Realism in Economic Policy

There are different ways in which realism may be understood to operate in economics

The philosophical notion of realism has its sharp roots in ontology, i.e., with inquiry into the nature of being, of what is or exists, together with the nature of the objects of study. Realism is part and parcel of economic methodology or policy.

There are different ways in which realism may be understood to operate in economics. Through these ways we can recognize a series of economists who can be said to be realists. There is also a philosophical approach to realism viz. critical or transcendental in nature expressing beyond event symmetries which are generated by empirical science.

It focuses on fundamental structures as the suitable piece of economic study. Transcendental or critical realism offers an outlook on science (logic), economy, and society that has a tendency to understand the political economy (distribution of political and economic powers in a society) of the countries. Moreover, it is also able to withstand the perception that there is rationality behind the origin of civilizations and human social history.

We often doubt the most diversities of realism that are relevant to economics and its various branches especially microeconomics (economic behaviour and aspects at micro level) and macroeconomics (economic behaviour and aspects at macro or country level) on the grounds that economics (social science) does not hypothesize unnoticeable in the manner that natural science (physical science) does.

We must not forget that there is a very high probability for being realist about cause and effect relationships or causality thereby pointing to the fact that we can greatly apply realist reasoning to causality for they are the best solutions to the economic problems.

The economic problems cannot be detached with the problem of choice, scarcity, and subsistence. According to Samuelsson (Economics, 11th ed, 1980) the economic problem is the struggle for subsistence, always has been up till now primary, most demanding problem of the human race- not only of the human race, but of the whole of the biological kingdom from the beginnings of life in its most primitive forms.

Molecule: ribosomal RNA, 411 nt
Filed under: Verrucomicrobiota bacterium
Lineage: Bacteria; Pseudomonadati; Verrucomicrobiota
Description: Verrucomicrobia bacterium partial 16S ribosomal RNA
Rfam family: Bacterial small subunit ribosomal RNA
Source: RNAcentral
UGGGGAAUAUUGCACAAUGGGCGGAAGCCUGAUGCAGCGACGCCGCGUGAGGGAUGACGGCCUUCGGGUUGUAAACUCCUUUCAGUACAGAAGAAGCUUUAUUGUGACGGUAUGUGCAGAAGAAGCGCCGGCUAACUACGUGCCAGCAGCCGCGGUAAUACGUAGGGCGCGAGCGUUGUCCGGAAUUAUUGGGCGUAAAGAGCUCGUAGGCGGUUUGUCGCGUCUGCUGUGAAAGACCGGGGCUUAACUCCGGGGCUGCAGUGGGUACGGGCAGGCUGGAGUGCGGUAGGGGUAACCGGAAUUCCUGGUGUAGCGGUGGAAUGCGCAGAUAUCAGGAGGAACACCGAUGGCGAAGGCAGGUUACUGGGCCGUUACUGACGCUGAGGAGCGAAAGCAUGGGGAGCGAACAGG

Many realist economists including Jochen Runde appreciate causal explanations as responses to questions (why questions in particular) giving additional information about outlooks, capabilities and propensities. Realistic economic theories are experiencing revitalization mode within the subject of economics.

Critical studies of the particular nature of the subject matter of economics together with the type of methodology used that can reasonably be validated for the scientific study of economic objects and economic problems (especially central problems of an economy: What to produce? How to produce? How much to produce? For whom to produce?) are making a comeback. Realistic Economists are yet again speaking about such problems as the relationship between economy and the rest of society including environment.

There is transformed awareness and attention in explaining elementary groupings such as causation, money, competition, utility, culture, norms, stratification, diversity, need, power, reality, rationality, technology, globalization, time, and risks, etc. In contemporary economics, to dream of more realistic economic ideas and theories, there is a need of understanding all the above mentioned elementary groupings. Above all there is great need to understand the logic behind every economic reality for logic or science is concerned with recognizing and enlightening mechanisms and economic systems.

COVID-19 is the biggest economic and social reality in the contemporary world. It is not only a global pandemic and public health emergency, but the most contemporary realistic economic problem.

It has also rigorously impacted the global economy. The basic realistic economic consequences of this pandemic are substantial declines in income, a rise in unemployment (educated unemployment in particular) and troubles in the means of transportation service, etc.

The most unfortunate part about this reality is that most economies in the world undervalued the risks and jeopardies of rapid rise in COVID-19 cases and were typically volatile or oversensitive in their reaction to this crisis.

As COVID-19 does not seem to vanish in the near future, we must understand the realism behind the economics of COVID-19. For that matter there must be positive global actions for not only mitigating the COVID-19 shocks and saving lives but also safeguard economic wellbeing.

Dr. Binish Qadri is Assistant Professor, Department of Economics, University of Kashmir

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